In most cases, injured workers cannot continue working while getting temporary total disability benefits because this is fraud. If one does this, they could face serious criminal penalties. Therefore, people should consult with a lawyer before resuming work-related activities while on TTD and talk to their doctor about returning to work.

If the worker is injured but works another job, the BWC will not pay TTD if they continue working part- or full-time at any job. However, they could be entitled to other workers' comp benefits if they cannot perform their job like they did before the injury.

How Are TTD Payments Calculated?

The temporary total compensation for the first 12 weeks is calculated at 72 percent of the injured worker's wages (full weekly wage). FWW is based on the average of the six weeks before the injury or the person's last full week of employment, whichever is more.

After the 12 weeks, the payment is calculated at 66.66 percent of the average weekly wage.

The average weekly wage is based on the earnings 52 weeks before the injury date. This includes all wages from any employer and not only the one at the time of the injury. Likewise, the wage calculations are subjected to the statewide maximum.

It's essential to consult with an attorney when dealing with TTD benefits because the rate is interpreted based on schooling, unemployment, and other circumstances. Victims deserve the maximum benefit possible. Schuerger Shunnarah Trial Attorneys can also help with questions like Is permanent partial disability for life in Ohio?

When Do TTD Payments Stop?

The payment of temporary total disability benefits will stop when:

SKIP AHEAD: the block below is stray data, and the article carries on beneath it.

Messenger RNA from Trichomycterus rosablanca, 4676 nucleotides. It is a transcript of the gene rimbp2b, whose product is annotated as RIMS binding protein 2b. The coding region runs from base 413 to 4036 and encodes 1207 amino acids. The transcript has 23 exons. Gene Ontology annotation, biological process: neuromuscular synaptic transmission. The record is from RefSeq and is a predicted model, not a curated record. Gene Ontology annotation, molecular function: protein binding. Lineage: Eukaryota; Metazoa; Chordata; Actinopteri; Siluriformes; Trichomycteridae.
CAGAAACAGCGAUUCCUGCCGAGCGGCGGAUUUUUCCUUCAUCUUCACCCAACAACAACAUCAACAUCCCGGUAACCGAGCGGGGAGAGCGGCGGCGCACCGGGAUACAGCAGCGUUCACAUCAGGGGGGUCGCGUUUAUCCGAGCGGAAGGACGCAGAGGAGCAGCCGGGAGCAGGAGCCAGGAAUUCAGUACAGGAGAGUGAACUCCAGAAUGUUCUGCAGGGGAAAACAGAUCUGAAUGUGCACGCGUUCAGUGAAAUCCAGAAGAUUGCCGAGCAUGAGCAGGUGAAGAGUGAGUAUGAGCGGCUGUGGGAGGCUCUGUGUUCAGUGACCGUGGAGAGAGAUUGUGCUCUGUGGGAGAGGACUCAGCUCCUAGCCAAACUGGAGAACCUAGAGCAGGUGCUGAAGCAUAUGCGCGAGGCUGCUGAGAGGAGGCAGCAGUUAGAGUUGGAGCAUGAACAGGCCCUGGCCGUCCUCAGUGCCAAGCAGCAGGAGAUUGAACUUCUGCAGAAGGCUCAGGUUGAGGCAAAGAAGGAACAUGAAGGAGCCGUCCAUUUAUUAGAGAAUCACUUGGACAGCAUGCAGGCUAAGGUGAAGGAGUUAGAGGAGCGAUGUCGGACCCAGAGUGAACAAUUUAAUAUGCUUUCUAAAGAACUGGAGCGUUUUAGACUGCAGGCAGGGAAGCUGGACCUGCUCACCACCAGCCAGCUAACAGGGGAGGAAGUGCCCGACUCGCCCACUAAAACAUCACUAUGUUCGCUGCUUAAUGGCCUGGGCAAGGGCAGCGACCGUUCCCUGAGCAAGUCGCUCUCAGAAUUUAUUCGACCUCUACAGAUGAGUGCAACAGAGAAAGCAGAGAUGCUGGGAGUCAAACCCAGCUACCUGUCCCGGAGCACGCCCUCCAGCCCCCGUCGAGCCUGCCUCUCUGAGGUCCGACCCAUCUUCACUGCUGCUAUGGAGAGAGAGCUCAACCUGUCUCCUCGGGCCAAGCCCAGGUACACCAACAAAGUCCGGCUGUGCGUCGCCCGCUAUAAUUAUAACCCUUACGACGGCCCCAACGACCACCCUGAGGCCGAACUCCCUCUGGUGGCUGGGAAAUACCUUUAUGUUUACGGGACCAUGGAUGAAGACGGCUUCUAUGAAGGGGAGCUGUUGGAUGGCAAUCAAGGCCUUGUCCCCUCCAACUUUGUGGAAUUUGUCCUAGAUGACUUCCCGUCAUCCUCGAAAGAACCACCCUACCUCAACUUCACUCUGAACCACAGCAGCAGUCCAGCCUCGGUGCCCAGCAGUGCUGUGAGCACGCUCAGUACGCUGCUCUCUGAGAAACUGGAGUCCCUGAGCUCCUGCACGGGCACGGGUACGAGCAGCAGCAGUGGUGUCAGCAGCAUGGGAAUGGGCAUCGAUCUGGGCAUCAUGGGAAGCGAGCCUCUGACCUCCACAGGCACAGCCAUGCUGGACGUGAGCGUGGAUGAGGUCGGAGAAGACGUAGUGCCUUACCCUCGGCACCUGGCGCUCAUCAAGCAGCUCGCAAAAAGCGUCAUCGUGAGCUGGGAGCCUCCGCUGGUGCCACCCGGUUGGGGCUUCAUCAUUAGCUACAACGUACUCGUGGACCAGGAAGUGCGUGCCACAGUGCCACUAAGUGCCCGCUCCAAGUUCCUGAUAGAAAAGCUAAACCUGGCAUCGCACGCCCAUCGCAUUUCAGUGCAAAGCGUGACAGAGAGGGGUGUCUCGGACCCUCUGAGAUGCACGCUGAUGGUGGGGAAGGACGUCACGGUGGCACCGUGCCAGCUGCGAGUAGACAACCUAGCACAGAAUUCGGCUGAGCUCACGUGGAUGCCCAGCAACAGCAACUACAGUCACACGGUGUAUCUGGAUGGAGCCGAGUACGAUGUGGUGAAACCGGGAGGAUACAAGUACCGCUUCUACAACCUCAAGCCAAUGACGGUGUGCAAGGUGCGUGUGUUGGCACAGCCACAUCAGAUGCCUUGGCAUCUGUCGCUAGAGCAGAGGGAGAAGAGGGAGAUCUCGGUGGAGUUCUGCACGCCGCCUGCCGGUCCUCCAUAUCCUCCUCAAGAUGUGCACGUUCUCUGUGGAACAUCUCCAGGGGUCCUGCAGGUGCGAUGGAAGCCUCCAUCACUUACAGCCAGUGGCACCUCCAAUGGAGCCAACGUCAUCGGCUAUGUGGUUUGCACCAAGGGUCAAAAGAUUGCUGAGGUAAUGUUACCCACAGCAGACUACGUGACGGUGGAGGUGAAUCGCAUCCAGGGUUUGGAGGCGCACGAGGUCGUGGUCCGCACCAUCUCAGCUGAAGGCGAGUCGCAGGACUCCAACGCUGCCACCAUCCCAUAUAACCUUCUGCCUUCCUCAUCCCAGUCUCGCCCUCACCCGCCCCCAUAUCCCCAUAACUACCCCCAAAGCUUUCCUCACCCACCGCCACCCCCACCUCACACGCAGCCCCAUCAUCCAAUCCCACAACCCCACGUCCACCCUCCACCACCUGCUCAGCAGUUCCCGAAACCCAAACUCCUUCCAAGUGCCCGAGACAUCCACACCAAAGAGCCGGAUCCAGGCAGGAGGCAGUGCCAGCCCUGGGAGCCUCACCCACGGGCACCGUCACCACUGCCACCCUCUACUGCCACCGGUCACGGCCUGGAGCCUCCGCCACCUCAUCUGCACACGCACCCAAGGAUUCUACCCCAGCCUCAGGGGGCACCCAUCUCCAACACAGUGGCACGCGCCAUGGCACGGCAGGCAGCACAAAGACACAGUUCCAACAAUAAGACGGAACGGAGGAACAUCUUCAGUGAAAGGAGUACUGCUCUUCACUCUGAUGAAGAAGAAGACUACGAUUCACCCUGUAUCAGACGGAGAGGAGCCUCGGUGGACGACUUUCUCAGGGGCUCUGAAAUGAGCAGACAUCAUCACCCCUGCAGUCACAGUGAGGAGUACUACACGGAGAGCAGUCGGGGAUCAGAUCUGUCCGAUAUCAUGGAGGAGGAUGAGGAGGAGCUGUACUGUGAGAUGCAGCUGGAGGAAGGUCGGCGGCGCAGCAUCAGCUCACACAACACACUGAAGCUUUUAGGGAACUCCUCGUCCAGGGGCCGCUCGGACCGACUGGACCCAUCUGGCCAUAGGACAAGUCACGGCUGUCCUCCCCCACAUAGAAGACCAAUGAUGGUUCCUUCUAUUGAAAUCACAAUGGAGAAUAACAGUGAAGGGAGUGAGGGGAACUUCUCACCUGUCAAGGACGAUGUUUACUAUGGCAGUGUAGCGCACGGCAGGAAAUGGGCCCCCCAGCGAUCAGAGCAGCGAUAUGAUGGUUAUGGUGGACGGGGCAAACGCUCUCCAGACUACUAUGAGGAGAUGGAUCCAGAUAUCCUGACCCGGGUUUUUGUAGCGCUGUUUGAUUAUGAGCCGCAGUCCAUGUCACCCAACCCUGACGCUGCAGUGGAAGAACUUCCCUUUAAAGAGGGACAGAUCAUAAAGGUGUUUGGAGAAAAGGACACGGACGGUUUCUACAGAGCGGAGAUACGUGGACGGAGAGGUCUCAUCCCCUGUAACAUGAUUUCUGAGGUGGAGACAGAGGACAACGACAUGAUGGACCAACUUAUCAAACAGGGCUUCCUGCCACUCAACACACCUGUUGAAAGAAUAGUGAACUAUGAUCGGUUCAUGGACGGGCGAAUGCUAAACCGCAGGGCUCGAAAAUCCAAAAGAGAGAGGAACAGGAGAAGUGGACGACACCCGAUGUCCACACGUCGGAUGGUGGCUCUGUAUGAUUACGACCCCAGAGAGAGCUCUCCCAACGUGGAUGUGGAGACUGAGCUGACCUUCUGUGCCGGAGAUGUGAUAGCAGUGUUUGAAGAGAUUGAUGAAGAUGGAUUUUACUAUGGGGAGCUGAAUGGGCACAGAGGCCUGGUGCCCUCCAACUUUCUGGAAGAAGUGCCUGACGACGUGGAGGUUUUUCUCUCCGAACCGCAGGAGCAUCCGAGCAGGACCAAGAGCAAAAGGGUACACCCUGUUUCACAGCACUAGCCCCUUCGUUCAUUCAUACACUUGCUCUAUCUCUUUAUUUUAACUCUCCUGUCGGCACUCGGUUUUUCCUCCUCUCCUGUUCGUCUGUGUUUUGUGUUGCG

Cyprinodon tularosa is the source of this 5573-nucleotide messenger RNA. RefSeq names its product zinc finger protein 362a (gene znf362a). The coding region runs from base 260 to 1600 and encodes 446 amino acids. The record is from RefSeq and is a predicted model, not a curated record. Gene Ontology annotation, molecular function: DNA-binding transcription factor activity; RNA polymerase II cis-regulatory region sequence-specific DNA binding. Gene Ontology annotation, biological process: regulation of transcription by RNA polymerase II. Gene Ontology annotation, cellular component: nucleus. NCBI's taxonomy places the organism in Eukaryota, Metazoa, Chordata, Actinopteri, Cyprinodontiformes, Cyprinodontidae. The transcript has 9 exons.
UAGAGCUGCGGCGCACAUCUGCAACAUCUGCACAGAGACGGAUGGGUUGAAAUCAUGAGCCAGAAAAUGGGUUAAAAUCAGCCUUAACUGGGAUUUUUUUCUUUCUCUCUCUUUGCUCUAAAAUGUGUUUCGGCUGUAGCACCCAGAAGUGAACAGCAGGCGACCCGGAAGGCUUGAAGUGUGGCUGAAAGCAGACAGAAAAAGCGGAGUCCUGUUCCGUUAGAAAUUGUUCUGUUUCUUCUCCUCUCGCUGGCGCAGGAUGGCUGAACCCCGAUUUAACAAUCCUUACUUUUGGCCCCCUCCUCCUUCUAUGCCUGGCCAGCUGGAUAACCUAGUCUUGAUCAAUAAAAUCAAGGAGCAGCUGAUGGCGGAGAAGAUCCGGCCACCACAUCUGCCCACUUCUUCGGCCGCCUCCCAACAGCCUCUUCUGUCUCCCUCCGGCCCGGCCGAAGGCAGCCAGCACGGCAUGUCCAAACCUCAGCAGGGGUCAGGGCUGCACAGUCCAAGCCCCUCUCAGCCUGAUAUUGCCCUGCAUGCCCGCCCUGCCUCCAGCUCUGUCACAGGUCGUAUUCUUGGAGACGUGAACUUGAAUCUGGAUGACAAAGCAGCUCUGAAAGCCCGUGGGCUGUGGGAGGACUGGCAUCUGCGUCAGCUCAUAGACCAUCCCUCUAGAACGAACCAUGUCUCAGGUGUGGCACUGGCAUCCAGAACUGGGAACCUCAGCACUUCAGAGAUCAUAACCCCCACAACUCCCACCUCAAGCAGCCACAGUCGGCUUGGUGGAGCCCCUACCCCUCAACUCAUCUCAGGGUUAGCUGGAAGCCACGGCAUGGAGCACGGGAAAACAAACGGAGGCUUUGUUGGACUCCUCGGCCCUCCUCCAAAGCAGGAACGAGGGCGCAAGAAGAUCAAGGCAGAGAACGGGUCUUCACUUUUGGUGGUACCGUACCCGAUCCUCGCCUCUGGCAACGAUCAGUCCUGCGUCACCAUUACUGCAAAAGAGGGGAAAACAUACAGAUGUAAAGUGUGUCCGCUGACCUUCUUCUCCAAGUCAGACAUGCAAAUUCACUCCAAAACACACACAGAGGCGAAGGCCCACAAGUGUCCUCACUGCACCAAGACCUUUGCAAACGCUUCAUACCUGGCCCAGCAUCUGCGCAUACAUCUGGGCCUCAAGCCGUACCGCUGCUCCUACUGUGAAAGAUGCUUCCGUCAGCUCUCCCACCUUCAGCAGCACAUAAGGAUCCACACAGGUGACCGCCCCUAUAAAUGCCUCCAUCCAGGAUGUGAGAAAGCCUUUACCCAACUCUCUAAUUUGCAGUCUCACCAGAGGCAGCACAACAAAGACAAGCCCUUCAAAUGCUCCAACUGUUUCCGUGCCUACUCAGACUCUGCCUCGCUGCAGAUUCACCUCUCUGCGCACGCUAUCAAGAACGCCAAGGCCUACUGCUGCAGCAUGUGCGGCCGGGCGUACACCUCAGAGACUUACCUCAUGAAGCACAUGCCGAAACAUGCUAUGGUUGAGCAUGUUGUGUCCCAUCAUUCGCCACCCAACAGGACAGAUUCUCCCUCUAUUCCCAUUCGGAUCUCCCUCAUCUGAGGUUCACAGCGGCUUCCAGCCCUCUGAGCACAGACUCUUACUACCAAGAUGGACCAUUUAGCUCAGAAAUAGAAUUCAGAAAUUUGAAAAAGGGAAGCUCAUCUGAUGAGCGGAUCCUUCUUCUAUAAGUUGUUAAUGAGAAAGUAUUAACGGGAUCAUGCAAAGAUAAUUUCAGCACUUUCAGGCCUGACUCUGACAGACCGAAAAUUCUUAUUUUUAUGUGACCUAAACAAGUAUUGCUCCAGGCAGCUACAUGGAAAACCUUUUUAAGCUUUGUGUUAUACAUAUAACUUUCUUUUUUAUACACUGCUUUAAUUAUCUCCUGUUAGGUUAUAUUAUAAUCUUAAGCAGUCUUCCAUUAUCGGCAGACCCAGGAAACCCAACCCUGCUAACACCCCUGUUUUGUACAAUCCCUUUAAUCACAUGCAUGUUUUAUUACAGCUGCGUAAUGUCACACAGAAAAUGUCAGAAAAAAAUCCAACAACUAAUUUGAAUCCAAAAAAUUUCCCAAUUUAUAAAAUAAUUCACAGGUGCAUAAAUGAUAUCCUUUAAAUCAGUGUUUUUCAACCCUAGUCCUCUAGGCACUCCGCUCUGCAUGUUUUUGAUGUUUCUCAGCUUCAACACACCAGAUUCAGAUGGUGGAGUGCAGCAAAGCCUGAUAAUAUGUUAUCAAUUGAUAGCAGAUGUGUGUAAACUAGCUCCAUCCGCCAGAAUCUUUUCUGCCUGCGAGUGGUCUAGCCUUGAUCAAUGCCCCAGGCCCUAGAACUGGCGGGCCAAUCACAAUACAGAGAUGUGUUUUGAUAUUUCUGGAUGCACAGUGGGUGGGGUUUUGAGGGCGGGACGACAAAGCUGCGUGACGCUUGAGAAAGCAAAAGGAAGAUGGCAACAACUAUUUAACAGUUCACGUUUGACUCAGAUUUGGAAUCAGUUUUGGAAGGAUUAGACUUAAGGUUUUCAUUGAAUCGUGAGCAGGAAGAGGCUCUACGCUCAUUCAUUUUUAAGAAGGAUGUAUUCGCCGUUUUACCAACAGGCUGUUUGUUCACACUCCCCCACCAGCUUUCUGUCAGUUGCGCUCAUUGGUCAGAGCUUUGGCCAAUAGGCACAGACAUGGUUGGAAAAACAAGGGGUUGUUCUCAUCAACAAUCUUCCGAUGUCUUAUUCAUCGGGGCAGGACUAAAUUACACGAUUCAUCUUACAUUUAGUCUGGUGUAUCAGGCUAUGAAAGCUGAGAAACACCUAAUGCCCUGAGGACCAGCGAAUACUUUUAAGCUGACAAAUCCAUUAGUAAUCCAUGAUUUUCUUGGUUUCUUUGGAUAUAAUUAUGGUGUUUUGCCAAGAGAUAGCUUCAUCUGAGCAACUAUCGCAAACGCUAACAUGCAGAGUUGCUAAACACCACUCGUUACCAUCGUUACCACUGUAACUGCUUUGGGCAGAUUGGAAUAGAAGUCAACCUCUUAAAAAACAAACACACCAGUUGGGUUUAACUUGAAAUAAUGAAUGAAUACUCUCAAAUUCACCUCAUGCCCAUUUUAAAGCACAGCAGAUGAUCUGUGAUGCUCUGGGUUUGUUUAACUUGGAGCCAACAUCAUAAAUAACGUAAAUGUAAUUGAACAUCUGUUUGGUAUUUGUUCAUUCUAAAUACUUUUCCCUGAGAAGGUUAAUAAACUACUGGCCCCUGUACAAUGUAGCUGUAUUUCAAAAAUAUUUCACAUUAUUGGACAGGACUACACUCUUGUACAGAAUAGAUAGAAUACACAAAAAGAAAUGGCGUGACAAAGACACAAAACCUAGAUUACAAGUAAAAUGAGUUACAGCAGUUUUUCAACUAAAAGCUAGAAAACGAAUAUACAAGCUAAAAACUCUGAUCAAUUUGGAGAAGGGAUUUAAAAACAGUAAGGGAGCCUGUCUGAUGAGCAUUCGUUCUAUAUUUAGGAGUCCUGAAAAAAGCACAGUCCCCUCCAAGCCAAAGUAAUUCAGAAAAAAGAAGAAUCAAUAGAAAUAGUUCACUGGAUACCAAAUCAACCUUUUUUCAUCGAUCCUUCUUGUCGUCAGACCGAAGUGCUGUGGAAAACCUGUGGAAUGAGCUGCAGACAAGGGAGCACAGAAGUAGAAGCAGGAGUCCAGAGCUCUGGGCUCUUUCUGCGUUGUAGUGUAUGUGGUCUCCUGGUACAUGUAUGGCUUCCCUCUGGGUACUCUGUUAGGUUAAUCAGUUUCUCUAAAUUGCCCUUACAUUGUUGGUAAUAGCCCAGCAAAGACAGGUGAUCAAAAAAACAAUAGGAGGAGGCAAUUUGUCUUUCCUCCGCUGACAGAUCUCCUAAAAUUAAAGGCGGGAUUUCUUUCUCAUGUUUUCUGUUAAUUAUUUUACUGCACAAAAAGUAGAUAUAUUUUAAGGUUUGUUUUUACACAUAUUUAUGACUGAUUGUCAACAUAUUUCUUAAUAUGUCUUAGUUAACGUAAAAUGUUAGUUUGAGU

• The injured worker returns to work with another or the same employer.

  • The employer or another employer can make work available that the injured worker can complete.

  • The injured employee's physician clears them to go back to work.

  • The injured employee voluntarily quits (abandons employment).

  • The injured employee becomes incarcerated.

  • The injured worker has reached maximum medical improvement.

What to Do After TTD Ends

If the injured worker isn't eligible for TTD anymore, there are other compensation forms available. Other options in Ohio include:

  • Permanent partial disability

  • Permanent total disability

  • Vocational rehabilitation

  • Non-working and working wage loss

Why Work with a Workers' Compensation Attorney from Schuerger Shunnarah Trial Attorneys

Why Work with a Workers' Compensation Attorney from Schuerger Shunnarah Trial Attorneys

Temporary total disability and other workers' compensation claims are often complicated because of the disability's nature and the circumstances relating to the injury and employment. For example, rate of pay, eligibility, and voluntary abandonment can all come into play.

When the injured worker is facing injuries that keep them away from work for an extended period of time, it's wise to seek the assistance of an experienced attorney. No one wants to lose the full compensation amount they're entitled to because they didn't know the rules. This could compromise their recovery and future in various ways.

Request a Free Consultation Today!

Injured Ohio workers don't have to deal with a work injury alone. In fact, it's wise to contact Schuerger Shunnarah Trial Attorneys, which goes to war for Cincy. Please call to request a free consultation today!


bottom of page